“Consumers are also increasingly concerned with finding dishes for their pets that coordinate with today’s home décor, so fashion is a must,” she said. “We’ve seen increasing numbers in feeding accessories such as treat holders, coordinating/matching bowls and feeders. The trend is skewing toward clean, contemporary lines.”
The company recently introduced feeding solutions that include its Barking Bistro Adjustable Feeder, its Tilt-A-Bowls for dogs with long ears, and bowls in new styles and materials such as waterbath, metallic and chalkboard.
There’s a demand for dishes and bowls that have a modern look, which is why PawNosh in Berkeley, Calif., has unique glass styling, said Don Takemura, co-founder.
“Pet owners are clearly looking for bowls and dishes that match the décor of their homes since one quick way to ruin the look of a beautifully designed kitchen is to put an ugly pet dish or bowl on the floor,” he said.
Takemura said there’s ample opportunity for companies to come up with accessories or other replacement parts that are made from different materials, look more modern, or are made in more exciting colors.
This year, PawNosh introduced a 100 percent recycled glass bowl available exclusively to retailers called the Zorra bowl. It’s handmade in the USA out of post-consumer recycled glass.
Surveyed dog owners cited the most important features they take into consideration when selecting a dog bowl.
Source: 2015-2016 APPA National Pet Owners Survey
The Retailers Speak
While basic bowls still drive the majority of sales at Wylie Wagg, Clark said she is seeing significant interest in products that go beyond traditional options.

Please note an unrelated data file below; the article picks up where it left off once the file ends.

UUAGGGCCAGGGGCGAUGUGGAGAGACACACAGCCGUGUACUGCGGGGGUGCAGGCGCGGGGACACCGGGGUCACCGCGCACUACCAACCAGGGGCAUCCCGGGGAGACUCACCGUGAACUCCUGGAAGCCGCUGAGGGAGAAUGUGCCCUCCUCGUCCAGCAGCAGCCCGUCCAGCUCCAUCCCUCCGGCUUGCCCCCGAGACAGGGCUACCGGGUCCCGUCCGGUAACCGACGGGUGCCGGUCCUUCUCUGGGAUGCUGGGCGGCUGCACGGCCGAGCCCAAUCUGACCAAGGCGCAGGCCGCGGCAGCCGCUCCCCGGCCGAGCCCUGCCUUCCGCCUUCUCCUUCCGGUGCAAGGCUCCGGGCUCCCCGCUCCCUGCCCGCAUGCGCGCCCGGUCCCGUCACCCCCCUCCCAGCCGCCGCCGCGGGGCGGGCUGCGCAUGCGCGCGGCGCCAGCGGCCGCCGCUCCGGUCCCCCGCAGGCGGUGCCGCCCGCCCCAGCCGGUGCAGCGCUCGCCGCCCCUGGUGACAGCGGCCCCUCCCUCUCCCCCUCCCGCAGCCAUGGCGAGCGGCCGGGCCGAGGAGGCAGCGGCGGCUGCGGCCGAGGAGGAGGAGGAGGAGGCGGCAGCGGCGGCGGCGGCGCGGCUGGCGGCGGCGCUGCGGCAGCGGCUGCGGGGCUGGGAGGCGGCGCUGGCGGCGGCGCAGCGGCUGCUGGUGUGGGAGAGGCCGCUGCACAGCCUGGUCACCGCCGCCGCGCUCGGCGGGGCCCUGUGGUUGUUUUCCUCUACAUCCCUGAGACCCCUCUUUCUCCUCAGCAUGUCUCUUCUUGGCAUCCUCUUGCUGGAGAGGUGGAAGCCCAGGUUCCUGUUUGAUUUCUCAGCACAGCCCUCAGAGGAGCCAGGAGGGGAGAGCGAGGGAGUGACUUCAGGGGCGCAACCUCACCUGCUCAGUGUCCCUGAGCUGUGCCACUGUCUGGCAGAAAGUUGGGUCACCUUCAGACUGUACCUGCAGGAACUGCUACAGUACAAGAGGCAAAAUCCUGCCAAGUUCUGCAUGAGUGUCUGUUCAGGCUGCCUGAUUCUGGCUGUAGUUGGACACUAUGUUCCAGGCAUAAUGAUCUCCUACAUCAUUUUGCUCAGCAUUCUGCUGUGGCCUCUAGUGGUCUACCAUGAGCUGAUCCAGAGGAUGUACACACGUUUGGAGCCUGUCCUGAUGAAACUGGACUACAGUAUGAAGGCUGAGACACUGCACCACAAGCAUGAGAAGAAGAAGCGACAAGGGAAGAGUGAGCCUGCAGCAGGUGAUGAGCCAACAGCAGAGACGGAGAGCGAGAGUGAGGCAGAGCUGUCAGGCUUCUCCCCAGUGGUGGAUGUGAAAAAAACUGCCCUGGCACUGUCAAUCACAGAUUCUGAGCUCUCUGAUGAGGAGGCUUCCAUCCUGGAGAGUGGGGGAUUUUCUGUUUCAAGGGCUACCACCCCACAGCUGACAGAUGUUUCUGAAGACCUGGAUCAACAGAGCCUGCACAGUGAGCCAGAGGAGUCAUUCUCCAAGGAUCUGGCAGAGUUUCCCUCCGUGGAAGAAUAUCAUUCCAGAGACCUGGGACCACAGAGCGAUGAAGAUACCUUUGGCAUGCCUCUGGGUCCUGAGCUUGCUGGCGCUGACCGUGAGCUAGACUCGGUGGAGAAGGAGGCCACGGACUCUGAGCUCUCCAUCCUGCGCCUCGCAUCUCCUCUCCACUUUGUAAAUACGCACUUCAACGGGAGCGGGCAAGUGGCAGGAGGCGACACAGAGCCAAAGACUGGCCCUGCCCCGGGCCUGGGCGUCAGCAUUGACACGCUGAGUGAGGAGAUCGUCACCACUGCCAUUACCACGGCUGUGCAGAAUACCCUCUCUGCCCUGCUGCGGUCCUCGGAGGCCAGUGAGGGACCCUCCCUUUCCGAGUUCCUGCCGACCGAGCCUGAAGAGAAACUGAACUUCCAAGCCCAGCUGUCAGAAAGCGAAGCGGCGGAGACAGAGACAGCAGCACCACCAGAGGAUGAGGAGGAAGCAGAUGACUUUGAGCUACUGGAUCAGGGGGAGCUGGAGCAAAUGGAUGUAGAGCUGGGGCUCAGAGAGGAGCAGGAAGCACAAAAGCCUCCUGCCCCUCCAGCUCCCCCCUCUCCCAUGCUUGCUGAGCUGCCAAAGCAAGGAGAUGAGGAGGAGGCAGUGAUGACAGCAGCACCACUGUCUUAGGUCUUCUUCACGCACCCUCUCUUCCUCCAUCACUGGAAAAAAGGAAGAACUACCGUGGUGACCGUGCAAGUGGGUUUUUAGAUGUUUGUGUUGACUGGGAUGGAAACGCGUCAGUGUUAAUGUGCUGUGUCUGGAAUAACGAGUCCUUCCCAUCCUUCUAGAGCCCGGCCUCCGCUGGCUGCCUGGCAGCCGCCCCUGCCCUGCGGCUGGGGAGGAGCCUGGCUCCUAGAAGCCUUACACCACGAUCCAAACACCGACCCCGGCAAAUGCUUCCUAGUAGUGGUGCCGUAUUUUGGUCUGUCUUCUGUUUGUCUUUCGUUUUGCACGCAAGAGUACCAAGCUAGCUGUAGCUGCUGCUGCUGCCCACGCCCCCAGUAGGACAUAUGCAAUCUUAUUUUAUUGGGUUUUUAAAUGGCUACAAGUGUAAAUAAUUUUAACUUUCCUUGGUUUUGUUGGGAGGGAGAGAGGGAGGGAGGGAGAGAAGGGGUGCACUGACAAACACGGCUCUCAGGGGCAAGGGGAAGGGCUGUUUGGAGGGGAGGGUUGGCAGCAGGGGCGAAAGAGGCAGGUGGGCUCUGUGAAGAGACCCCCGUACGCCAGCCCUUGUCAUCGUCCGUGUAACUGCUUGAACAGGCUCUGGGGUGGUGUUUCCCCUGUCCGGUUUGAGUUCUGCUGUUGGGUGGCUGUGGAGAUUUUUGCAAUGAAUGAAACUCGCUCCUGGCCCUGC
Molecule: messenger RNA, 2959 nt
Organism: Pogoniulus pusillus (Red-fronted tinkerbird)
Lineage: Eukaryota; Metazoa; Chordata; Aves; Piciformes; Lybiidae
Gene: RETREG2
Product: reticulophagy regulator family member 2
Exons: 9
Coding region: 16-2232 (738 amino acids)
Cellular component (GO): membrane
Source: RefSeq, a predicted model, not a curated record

“Raised feeders, for instance, now come in a wide array of designs to fit multiple décors,” she said. “Our customers particularly like Pets Stop and Bowsers Pet Products.
“Slow feeders have also gained popularity. The most innovative items in this category combine slowed eating with an interactive game (e.g., the Green dog feeder [from Northmate] and Kyjen’s Slo-Bowls).”
Bowls made from sustainable materials are more in demand now than in previous years, with bamboo bowls being especially strong sellers, Clark noted.
Kristen Watson, manager of TailsSpin Pet Food & Accessories, with locations in the Savannah, Ga., area, said the latest trends in dishes at the stores are eco-friendly bowls and elevated feeders.
“Beco Bowls are very popular because they retail at a good price point and are economically friendly,” she said. “Made of recycled bamboo, they are safe for our pets and our planet. On another note, elevated feeders are very popular. Dexas makes an elevated feeder that we carry that is adjustable, making it good for dogs of different sizes.”
Customers have been shying away from brightly colored placemats and are asking more for neutral colors, said Jamie Martinez, co-owner of Cold Spring Pet Supply in Cold Spring, N.Y.
To sell upscale options, such as higher-end bowls and raised feeders, Wylie Wagg creates vignettes with coordinating accessories (such as placemats, treat jars, etc.).